Analyzing Activity at Contract Testing Labs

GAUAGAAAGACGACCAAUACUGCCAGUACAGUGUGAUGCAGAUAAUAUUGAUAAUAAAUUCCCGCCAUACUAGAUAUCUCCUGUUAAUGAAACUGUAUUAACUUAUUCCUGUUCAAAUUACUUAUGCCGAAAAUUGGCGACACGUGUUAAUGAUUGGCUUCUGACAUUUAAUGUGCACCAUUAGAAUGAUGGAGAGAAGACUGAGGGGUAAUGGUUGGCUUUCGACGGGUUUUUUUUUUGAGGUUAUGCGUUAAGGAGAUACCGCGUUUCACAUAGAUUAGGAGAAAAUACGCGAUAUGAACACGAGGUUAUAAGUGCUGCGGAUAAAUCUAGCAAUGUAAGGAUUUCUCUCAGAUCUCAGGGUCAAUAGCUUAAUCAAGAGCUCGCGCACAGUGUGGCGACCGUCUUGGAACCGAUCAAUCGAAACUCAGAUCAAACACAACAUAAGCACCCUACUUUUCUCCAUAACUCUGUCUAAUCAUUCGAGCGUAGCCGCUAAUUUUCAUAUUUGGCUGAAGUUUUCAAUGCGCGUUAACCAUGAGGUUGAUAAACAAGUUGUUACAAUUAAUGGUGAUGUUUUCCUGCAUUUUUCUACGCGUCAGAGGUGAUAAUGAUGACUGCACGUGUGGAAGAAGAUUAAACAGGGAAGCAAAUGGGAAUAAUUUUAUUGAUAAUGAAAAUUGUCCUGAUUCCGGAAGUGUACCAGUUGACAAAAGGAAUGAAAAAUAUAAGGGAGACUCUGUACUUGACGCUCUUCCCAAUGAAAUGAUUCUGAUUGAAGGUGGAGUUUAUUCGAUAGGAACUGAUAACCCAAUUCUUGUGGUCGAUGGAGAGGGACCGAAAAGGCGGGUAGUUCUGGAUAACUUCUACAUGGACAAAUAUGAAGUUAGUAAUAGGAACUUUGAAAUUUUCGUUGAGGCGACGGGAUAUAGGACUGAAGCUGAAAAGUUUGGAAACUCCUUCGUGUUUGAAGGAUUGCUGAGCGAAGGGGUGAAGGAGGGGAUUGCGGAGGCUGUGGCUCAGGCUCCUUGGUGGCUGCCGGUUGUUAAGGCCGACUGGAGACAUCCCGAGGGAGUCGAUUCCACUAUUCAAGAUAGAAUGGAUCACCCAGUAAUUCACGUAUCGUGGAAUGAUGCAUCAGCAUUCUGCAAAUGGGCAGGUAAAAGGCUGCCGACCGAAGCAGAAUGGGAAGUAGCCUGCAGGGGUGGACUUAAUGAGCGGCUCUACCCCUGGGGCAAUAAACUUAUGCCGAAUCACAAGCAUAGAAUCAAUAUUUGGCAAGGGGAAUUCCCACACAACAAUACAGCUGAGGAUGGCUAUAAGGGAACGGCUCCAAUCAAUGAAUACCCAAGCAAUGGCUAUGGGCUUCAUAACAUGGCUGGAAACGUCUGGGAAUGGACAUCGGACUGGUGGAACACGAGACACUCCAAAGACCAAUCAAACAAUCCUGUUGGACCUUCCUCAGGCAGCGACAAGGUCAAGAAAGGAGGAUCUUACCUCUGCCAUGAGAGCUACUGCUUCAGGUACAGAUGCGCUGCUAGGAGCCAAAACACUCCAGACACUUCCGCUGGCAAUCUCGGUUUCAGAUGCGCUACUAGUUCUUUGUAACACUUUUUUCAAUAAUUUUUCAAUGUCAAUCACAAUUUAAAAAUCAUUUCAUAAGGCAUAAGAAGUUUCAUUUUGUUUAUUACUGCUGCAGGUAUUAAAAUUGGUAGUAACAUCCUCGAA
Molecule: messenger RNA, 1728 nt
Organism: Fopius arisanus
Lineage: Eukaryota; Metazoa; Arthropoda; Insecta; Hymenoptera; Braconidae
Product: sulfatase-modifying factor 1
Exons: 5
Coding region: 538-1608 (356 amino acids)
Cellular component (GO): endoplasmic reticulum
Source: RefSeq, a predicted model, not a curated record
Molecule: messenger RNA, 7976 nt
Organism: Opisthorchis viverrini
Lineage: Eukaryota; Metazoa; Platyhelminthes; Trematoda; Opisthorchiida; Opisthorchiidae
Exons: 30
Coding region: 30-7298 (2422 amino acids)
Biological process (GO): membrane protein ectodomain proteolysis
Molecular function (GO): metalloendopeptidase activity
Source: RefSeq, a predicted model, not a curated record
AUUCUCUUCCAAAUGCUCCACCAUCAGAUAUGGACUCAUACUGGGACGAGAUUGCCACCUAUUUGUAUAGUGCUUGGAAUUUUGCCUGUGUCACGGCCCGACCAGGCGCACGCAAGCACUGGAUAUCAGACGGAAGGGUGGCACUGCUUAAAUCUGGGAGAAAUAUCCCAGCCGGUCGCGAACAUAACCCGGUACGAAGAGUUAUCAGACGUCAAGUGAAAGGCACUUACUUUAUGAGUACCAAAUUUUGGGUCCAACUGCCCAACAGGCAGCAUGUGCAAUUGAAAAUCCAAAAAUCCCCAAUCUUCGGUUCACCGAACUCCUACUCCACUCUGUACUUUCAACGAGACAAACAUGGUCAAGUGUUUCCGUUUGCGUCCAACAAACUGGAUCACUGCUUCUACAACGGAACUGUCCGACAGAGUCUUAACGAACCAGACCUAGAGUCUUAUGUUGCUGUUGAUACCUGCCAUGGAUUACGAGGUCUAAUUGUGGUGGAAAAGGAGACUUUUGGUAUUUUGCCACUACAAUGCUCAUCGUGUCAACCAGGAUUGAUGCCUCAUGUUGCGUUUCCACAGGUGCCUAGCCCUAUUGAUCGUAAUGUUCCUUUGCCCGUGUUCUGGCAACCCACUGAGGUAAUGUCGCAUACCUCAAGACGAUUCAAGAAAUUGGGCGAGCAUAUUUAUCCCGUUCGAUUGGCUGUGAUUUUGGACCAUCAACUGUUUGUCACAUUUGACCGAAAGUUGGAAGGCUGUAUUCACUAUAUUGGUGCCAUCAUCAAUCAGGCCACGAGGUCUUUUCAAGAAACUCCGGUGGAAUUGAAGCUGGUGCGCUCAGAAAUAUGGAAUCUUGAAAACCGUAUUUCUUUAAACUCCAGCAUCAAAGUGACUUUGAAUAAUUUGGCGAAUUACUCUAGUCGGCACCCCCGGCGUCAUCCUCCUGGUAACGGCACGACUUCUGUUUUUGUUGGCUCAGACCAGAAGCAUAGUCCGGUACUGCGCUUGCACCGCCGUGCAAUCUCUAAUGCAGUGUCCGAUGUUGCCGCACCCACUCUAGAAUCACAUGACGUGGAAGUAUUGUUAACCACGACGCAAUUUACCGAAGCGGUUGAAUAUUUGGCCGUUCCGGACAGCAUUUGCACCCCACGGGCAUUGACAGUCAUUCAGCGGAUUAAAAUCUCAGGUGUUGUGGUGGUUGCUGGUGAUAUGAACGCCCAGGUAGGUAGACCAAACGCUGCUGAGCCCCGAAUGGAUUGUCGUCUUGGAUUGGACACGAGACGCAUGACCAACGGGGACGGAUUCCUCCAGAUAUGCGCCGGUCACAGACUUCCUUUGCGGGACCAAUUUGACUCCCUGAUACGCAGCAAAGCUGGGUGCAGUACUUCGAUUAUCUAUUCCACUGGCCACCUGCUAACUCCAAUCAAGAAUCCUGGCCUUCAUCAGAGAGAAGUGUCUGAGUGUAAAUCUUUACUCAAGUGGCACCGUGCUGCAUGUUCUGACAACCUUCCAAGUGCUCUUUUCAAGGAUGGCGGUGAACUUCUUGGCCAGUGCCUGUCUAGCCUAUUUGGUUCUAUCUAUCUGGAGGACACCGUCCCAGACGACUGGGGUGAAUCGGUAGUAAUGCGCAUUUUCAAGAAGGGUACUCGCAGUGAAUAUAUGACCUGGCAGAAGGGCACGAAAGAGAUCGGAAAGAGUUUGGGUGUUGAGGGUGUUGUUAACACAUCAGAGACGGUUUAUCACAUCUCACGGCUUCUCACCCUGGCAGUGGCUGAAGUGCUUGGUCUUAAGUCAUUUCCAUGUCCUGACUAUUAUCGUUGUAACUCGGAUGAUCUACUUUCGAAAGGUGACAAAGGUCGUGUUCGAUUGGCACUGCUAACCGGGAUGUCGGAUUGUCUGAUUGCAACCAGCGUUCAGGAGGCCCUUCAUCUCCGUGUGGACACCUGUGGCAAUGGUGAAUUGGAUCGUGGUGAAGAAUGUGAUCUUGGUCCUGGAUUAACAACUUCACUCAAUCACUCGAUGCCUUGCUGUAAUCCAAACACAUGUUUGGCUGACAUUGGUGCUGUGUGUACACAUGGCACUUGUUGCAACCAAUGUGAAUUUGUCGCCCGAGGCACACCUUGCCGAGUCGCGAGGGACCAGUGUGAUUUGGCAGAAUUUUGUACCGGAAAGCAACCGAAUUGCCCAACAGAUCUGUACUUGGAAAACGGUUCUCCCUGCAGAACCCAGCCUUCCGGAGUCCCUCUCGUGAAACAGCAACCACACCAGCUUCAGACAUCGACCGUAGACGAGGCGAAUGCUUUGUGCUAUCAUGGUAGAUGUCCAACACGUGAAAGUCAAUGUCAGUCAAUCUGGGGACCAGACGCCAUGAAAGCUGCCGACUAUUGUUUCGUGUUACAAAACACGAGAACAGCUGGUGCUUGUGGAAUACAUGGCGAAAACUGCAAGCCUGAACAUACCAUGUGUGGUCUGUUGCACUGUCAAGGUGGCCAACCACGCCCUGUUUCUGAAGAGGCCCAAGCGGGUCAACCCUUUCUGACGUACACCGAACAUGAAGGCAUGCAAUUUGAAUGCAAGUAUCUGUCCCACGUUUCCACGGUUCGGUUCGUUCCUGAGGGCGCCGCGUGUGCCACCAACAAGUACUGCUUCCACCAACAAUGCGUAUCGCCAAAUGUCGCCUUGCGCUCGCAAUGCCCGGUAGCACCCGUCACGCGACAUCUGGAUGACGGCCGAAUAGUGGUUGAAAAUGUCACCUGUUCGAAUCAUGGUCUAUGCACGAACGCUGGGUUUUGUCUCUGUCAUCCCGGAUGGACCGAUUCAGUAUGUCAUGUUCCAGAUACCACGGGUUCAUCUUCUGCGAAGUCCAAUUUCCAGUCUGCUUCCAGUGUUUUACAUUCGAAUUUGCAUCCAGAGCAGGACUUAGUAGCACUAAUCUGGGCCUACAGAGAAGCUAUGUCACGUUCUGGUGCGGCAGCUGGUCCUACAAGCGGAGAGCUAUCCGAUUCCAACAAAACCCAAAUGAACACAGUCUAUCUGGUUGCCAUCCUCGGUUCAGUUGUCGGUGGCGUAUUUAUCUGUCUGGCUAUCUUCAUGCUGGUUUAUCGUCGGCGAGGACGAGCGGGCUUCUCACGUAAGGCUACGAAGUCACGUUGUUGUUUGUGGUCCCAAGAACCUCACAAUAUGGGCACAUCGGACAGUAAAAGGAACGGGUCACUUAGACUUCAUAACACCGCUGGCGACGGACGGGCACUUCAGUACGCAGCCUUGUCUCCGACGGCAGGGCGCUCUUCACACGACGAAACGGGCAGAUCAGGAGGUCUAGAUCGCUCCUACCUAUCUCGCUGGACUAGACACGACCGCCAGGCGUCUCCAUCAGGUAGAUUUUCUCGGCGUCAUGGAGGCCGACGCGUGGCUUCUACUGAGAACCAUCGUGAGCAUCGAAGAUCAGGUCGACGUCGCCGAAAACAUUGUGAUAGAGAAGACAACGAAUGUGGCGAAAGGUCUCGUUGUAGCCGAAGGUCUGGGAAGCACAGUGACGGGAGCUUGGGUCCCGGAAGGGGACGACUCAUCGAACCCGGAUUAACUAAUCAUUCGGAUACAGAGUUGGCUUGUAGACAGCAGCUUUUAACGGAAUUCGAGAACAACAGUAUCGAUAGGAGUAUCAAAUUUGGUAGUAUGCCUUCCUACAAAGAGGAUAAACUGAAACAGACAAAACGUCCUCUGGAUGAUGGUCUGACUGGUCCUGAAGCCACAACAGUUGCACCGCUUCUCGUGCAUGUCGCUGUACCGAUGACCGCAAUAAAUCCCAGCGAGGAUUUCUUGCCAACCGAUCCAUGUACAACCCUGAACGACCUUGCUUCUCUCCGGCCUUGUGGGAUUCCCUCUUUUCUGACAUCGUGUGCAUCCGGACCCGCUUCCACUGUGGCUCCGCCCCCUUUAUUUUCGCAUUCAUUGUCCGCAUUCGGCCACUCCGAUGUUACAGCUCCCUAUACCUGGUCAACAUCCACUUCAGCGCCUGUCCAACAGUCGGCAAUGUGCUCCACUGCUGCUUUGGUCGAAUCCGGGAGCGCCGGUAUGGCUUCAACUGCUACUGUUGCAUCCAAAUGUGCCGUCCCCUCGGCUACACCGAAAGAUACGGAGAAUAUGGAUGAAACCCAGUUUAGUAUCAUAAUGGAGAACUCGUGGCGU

As IBO’s annual review of publicly listed contract testing lab companies shows, it was another year for revenue growth at the world’s largest laboratory service companies serving a diversity of industries. The pace of consolidation appeared to slow, but global expansion continued. The activities of three major contract testing companies, Campbell Brothers ALS, Eurofins and Intertek Caleb Brett, highlighted developments in the environmental and minerals testing sectors. Environmental As with many industries, private equity firms have increased their investment in the environmental testing market in recent years. The acquisition last year of Severn Trent Laboratories by Test America (see IBO 9/30/06), whose majority owner is private equity firm HIG Capital, created the largest US environmental testing company. Private equity company American Capital announced a $255 million investment in TestAmerica earlier this year. Private equity firms have also been active in Europe. In 2004, Candover purchased ALcontrol Laboratories, whose 30 European laboratories provide food and environmental testing, for £240 million ($444.4 million). 3Stone Advisors announced two environmental laboratory acquisitions this year. 3Stone is the Ohio-based general partner of 3Stone Investor Fund, a private equity fund focused on water-related investments. In January, it partnered with management to purchase Louisiana-based Gulf Coast Analytical Laboratories (GCAL). At the time, Charles Byrne, chief executive of Gulf Coast, stated, “We think this is a time of change and considerable opportunity in the environmental testing industry. Leveraging the strategic and capital resources of our partnership with 3Stone, we plan to expand the scope and geographic coverage of our business, through both grass-roots expansion and additional acquisitions.” In May, 3Stone Advisors acquired water testing services lab Benchmark Analytics. Investors include the company’s former owner. 3Stone Advisors envisions many changes in this market. Mr. Lueneburger, a principal of 3Stone Adivsors, told IBO, “The environmental testing market, a highly fragmented industry, is confronted with the growing need to automate to manage information and increasingly complex regulatory standards. We believe an answer for many participants to these challenges is consolidation—true consolidation of LIMS (laboratory information management system), finance, human resources, etc., not the failed roll-up strategies of the past.” GCAL was 3Stone Advisors’ first acquisition in the market. “We started our acquisition efforts in the environmental services market with GCAL because of their leading LIMS and strong technical capabilities, and are seeking additional businesses that have strong customer relationships and a reputation for high quality, but may be searching for answers to these changing industry forces that they don’t have the resources to address,” he commented. Asked about the factors driving growth in demand for water analyses, Mr. Lueneburger stated that future growth lies with new services. “The customer wants to know that his operation meets regulatory standards; and if it does not, what he can do about it,” he explained. “What that means is that in a market that is growing slowly overall, the opportunity to grow much more rapidly comes with the ability to deliver regulatory compliance management as a product, rather than just water testing—a turnkey service that includes not only a test, but also sample pickup, management and storage prior to water analysis, as well as data management and reproducibility along with a bookmarked PDF in the format required by the appropriate regulatory body.” These products would provide faster, more consistent growth than the traditional drivers of market growth, such as new water regulations. Also, as Mr. Lueneburger noted, new regulations are hard to forecast. LIMS are important element in enabling such services and are a key technical trend, according to Mr. Lueneburger. “[T]he trend constituting an irrevocable part of the industry DNA is the ability to integrate these new instruments into scalable laboratory information management systems capable of fully exploiting today’s technologies and growing with tomorrow’s, such as GCAL’s and Benchmark’s [LIMS],” he explained. “Continuously updating to current and leading technology is what it takes to compete, but it’s the LIMS that lifts leaders above the competition,” he said. “I believe that what makes a LIMS successful is the degree to which is integrated not only technologically—i.e., into the instrumentation and operational processes, but also organizationally.” 3Stone’s acquisitions are part of the ongoing consolidation in the environmental testing market, according to Mr. Lueneburger. “We believe that we will see substantial consolidation in this market. Unlike the previous consolidation waves, this one will take place in a mature industry where the realization that you can’t be all things to all people has firmly sunk in among leading competitors and consolidation means true combination of business activities,” he said. “One result of consolidation is likely to be the emergence of leading brands, which could stand for lowest cost, for example, or—more closely aligned with 3Stone’s perspective—consistently high quality and reliable regulatory compliance management.” Also expanding their environmental testing network are some of the world’s largest laboratory service companies. Citing an environmental analytical market worth more than AUD 2 billion ($1.6 billion) annually, Campbell Brothers managing director and CEO Greg Kilmaster announced the purchase of e-Lab Analytical earlier this month for AUD 18 million ($15 million). Located in Texas and Michigan, e-Lab has 100 employees. The acquisition is part of Campbell Brothers’ efforts to build its environmental lab network in the US. The company already has an extensive presence in the Canadian environmental testing market and, in July, furthered its North American holdings with the buyout of its partners in the ALS Indequim business in Mexico. Inspicio’s Environmental Services Group acquired the UK environmental laboratory Scientifics for £22 million ($44 million) this summer, adding to its Environmental Services Group business, which includes Soil Mechanics, TES Bretby testing and environmental services, and Environmental Chemistry businesses. In the first half of 2007, Environmental Services revenues more than doubled to £22 million ($44 million), including one month of revenues from Scientifics. Eurofins Scientific AG expanded its environmental testing business with the acquisitions of ALcontrol’s French lab and LabNett of Scandanavia, which has 800 employees. Both acquisitions provide food and environmental testing services. Eurofins also opened a new dioxin testing lab in Hamburg, Germany, and won authorization to enter France’s drinking water analysis market when it is deregulated in 2008. In June, Eurofins won a €28 million ($37.3 million) five-year contract to provide water testing and sampling services to England’s Southern Water, through a transfer of lab assets and employees. Minerals Testing Minerals testing has been one of the most active areas of contract testing services, especially acquisition activity, due to record demand for metals and high metal prices. Intertek Caleb Brett and Campbell Brothers ALS both made acquisitions in this sector within the last year. To expand its Minerals division, Intertek Caleb Brett acquired Australia-based Genalysis Laboratory Services earlier this year for AUD 42.0 million ($33.1 million). “The acquisition of Genalysis is a major step in Intertek’s goal to be the recognized leader for minerals analytical testing in Asia Pacific and Africa,” said John Fowler, regional manager of Minerals Asia for Intertek Minerals. Genalysis processes over one million samples a year and has more than 300 employees. “High prices encourage exploration and therefore testing,” Mr. Fowler told IBO. “Gold and copper are always popular. Iron ore is currently very big, as is nickel. Uranium is also very popular right now, as are the platinum group metals,” he said. Asked about current technical trends in minerals testing labs, he noted, “low detection limits with ICP-MS are having an impact as is the introduction of robotic laboratories.” The need for automation is related to business trends. “The most obvious trend is that almost all minerals labs are operating near capacity, and this means clients are not receiving services as rapidly as they would like,” he explained. “Most labs are attempting to address this, but it takes time to upgrade and expand, and shortages of skilled labor are an issue in some locations.” In its most recent annual report, Campell Brothers’ contract testing division, ALS, reported increased sample volumes for its Mineral division, as well as new metallurgy and mineralogy services. In fact, Campbell Brothers’ fiscal 2007 growth was driven by ALS Chemex, the company’s Minerals division, particularly by its analytical services offerings. In fiscal 2007, ALS revenues increased to AUD 342.2 million ($269.3 million), with 38% growth due to acquisitions and 26% organic growth. During the fiscal year, the company acquired minerals lab company Abilab, which operates in Mali and Burkina Faso, doubling its African business. In its efforts to expand geographically, ALS opened mineral testing labs in Australia, Eastern Europe, Brazil, Canada and China during the fiscal year and reported that labs in Australia, Russia and West Africa are under construction. Testing and certification firm Bureau Veritas opened a new minerals lab in Tianjin, China, earlier this year, while SGS Minerals Services opened labs in Chennai, India, and Chita, Russia. SGS’s geochemical lab network includes more than 40 locations. In Australia, Amdel expanded its nationwide lab network to 22 by acquiring Independent Metallurgical Laboratories and Ultra Trace Analytical Laboratories. Amdel also serves the environmental and food industries and had AUD $54 million ($41.2 million) in revenues in 2005. It is owned by management and private equity firm CHAMP Ventures.